The Rector of St. Marks (Chapter 10, page 1 of 2)


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Chapter 10

She had one, years before, but, since the summer day when she sent
from her the white-faced man whose heart she had broken, it had been
hardening over with a stony crust which nothing, it seemed, could
break. And yet there were times when she was softened and wished that
much which she had done might be blotted out from the great book in
which she believed.

There was many a misdeed recorded there against her, she knew, and
occasionally there stole over her a strange disquietude as to how she
could confront them when they all came up against her.

Usually, she could cast such thoughts aside by a drive down gay
Broadway, or, at most, a call at Stewart's; but the sight of Anna's
white face and the knowing what made it so white was a constant
reproach, and conscience gradually wakened from its torpor enough to
whisper of the only restitution in her power--that of confession to
Arthur.

But from this she shrank nervously. She could not humble herself thus
to any one, and she would not either. Then came the fear lest by
another than herself her guilt should come to light. What if Thornton
Hastings should find her out? She was half afraid he suspected her
now, and that gave her the keenest pang of all, for she respected
Thornton highly, and it would cost her much to lose his good opinion.

She had lost him for her niece, but she could not spare him from
herself, and so, in sad perplexity, which wore upon her visibly, the
autumn days went on until at last she sat one morning in her
dressing-room and read in a foreign paper: "Died, at Strasburgh, August 31st, Edward Coleman, aged 46."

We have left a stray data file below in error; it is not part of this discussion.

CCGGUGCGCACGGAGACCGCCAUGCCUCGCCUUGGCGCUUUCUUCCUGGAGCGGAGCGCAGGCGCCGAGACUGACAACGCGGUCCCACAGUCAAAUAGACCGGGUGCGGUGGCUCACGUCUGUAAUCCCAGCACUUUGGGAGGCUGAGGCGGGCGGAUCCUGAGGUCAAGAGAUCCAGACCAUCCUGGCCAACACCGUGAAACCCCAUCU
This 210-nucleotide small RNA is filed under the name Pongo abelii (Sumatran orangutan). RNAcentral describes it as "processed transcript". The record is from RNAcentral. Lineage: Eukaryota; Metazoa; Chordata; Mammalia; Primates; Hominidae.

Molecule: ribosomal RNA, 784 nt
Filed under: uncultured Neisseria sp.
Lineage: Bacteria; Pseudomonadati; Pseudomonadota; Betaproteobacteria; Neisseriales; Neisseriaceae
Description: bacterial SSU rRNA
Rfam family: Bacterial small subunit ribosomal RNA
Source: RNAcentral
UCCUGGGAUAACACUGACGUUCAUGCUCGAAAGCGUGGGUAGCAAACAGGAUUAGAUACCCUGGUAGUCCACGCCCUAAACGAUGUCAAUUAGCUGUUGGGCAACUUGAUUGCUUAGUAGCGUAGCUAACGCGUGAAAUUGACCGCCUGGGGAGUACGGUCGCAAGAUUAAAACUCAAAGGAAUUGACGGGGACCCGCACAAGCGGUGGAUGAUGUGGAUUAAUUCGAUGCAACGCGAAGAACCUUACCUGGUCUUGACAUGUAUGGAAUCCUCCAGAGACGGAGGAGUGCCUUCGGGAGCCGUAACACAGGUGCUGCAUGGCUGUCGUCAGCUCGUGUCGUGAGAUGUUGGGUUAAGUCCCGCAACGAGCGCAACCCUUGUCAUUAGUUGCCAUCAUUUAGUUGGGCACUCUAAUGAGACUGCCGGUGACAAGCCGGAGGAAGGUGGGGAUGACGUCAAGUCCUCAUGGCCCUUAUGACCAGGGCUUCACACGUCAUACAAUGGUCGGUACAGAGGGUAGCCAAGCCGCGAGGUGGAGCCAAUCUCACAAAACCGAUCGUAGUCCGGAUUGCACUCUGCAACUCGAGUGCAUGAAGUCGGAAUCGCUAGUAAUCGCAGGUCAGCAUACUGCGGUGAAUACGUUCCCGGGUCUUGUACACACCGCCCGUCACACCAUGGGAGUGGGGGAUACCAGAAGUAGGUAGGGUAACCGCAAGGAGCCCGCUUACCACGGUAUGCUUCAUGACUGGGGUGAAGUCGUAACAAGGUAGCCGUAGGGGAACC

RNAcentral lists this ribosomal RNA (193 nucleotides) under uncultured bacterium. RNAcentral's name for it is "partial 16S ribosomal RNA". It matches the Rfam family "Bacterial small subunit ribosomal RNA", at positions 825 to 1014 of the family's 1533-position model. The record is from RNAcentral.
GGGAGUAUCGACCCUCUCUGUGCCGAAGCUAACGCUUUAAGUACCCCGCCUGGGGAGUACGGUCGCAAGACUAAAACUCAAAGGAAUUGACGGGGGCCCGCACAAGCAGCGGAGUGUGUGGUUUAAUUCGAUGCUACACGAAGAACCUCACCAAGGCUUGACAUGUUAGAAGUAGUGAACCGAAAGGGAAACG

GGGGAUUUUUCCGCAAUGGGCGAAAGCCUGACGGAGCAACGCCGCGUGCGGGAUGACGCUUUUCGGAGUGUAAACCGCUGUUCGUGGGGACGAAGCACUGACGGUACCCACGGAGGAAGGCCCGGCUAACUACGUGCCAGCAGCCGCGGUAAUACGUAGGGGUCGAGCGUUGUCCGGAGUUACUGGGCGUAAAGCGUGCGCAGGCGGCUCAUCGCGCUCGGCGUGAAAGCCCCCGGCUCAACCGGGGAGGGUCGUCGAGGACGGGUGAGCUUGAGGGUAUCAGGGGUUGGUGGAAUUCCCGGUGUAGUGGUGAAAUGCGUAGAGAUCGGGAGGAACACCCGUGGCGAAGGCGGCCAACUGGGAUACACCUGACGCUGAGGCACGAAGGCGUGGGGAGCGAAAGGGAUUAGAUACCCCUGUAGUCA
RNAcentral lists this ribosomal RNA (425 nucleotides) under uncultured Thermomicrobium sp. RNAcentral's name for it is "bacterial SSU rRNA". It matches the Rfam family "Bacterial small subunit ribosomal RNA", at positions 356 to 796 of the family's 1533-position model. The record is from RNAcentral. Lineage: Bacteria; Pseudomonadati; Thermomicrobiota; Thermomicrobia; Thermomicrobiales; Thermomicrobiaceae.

That was all; but the paper dropped from the trembling hands, and the
proud woman of the world bowed her head upon the cold marble of the
table and wept aloud. She was not Mrs. Meredith now. She was Julia
Ruthven again, and she stood with Edward Coleman out in the grassy
orchard, where the apple-blossoms were dropping from the trees and the
air was full of insects' hum and the song of matin birds. She was the
wealthy Mrs. Meredith now, and he was dead in Strasburgh. True to her
he had been to the last; for he had never married, and those who had
met him abroad had brought back the same report of "a white-haired
man, old before his time, with a tired, sad look upon his face." That
look she had written there, and she wept on as she recalled the past
and murmured softly: "Poor Edward! I loved you all the while, but I sold myself for gold,
and it turned your brown locks snowy-white, poor darling!" and her
hands moved up and down the folds of her cashmere robe, as if it were
the brown locks they were smoothing just as they used to do. Then came
a thought of Anna, whose face wore much the look which Edward's did
when he went slowly from the orchard and left her there alone, with
the apple-blossoms dropping on her head and the wild bees' hum in her
ear.

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